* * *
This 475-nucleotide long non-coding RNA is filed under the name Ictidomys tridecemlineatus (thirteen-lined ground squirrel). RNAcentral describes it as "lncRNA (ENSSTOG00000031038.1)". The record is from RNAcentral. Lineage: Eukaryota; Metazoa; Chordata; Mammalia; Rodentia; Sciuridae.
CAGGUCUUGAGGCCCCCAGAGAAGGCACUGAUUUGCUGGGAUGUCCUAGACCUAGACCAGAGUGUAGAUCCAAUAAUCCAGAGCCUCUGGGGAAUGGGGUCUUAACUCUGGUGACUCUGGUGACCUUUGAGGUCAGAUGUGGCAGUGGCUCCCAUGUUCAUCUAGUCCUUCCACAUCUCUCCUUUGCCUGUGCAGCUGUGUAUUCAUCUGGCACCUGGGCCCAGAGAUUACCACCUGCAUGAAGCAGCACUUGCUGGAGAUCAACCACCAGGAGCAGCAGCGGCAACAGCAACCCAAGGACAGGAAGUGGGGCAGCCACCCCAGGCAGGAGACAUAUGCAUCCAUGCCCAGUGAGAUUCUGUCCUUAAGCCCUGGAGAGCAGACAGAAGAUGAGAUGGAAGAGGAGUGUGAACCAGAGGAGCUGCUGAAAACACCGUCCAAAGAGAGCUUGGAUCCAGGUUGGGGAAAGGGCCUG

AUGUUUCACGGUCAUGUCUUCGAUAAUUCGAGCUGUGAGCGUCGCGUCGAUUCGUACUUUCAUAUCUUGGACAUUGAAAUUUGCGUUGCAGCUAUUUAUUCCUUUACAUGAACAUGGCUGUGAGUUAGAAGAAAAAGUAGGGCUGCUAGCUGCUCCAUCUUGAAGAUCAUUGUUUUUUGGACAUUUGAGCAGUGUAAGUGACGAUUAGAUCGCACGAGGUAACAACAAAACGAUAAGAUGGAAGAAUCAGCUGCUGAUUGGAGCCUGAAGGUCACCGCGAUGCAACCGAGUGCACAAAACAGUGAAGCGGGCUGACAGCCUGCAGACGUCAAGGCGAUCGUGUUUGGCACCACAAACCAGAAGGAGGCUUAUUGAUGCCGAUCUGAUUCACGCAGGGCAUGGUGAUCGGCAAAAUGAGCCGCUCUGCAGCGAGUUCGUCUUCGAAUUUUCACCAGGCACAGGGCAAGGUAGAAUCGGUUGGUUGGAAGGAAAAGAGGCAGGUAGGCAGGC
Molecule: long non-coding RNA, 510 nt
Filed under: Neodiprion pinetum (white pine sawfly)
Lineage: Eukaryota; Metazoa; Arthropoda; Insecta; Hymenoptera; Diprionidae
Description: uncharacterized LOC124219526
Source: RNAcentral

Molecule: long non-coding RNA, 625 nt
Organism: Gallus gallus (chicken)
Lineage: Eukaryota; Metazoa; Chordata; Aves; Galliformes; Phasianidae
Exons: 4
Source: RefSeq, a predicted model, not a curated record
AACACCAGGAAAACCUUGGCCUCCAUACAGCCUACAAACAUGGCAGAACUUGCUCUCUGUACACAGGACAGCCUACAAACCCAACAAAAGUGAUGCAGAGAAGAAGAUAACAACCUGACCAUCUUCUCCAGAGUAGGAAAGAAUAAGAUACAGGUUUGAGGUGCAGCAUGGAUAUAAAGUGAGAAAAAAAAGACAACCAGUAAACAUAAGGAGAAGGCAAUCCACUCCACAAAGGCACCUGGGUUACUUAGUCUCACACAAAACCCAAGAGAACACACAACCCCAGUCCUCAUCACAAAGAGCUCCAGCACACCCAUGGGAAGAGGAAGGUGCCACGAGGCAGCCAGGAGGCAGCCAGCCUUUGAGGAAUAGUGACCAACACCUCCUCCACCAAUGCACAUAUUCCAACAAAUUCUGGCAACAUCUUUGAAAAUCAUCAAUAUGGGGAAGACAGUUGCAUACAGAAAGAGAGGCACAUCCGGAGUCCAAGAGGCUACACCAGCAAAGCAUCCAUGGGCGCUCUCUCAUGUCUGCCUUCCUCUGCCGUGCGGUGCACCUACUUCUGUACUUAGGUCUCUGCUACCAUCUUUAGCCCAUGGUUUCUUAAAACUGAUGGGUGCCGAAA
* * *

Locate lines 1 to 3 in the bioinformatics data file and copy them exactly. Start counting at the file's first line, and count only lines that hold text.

This 475-nucleotide long non-coding RNA is filed under the name Ictidomys tridecemlineatus (thirteen-lined ground squirrel). RNAcentral describes it as "lncRNA (ENSSTOG00000031038.1)". The record is from RNAcentral. Lineage: Eukaryota; Metazoa; Chordata; Mammalia; Rodentia; Sciuridae.
CAGGUCUUGAGGCCCCCAGAGAAGGCACUGAUUUGCUGGGAUGUCCUAGACCUAGACCAGAGUGUAGAUCCAAUAAUCCAGAGCCUCUGGGGAAUGGGGUCUUAACUCUGGUGACUCUGGUGACCUUUGAGGUCAGAUGUGGCAGUGGCUCCCAUGUUCAUCUAGUCCUUCCACAUCUCUCCUUUGCCUGUGCAGCUGUGUAUUCAUCUGGCACCUGGGCCCAGAGAUUACCACCUGCAUGAAGCAGCACUUGCUGGAGAUCAACCACCAGGAGCAGCAGCGGCAACAGCAACCCAAGGACAGGAAGUGGGGCAGCCACCCCAGGCAGGAGACAUAUGCAUCCAUGCCCAGUGAGAUUCUGUCCUUAAGCCCUGGAGAGCAGACAGAAGAUGAGAUGGAAGAGGAGUGUGAACCAGAGGAGCUGCUGAAAACACCGUCCAAAGAGAGCUUGGAUCCAGGUUGGGGAAAGGGCCUG

AUGUUUCACGGUCAUGUCUUCGAUAAUUCGAGCUGUGAGCGUCGCGUCGAUUCGUACUUUCAUAUCUUGGACAUUGAAAUUUGCGUUGCAGCUAUUUAUUCCUUUACAUGAACAUGGCUGUGAGUUAGAAGAAAAAGUAGGGCUGCUAGCUGCUCCAUCUUGAAGAUCAUUGUUUUUUGGACAUUUGAGCAGUGUAAGUGACGAUUAGAUCGCACGAGGUAACAACAAAACGAUAAGAUGGAAGAAUCAGCUGCUGAUUGGAGCCUGAAGGUCACCGCGAUGCAACCGAGUGCACAAAACAGUGAAGCGGGCUGACAGCCUGCAGACGUCAAGGCGAUCGUGUUUGGCACCACAAACCAGAAGGAGGCUUAUUGAUGCCGAUCUGAUUCACGCAGGGCAUGGUGAUCGGCAAAAUGAGCCGCUCUGCAGCGAGUUCGUCUUCGAAUUUUCACCAGGCACAGGGCAAGGUAGAAUCGGUUGGUUGGAAGGAAAAGAGGCAGGUAGGCAGGC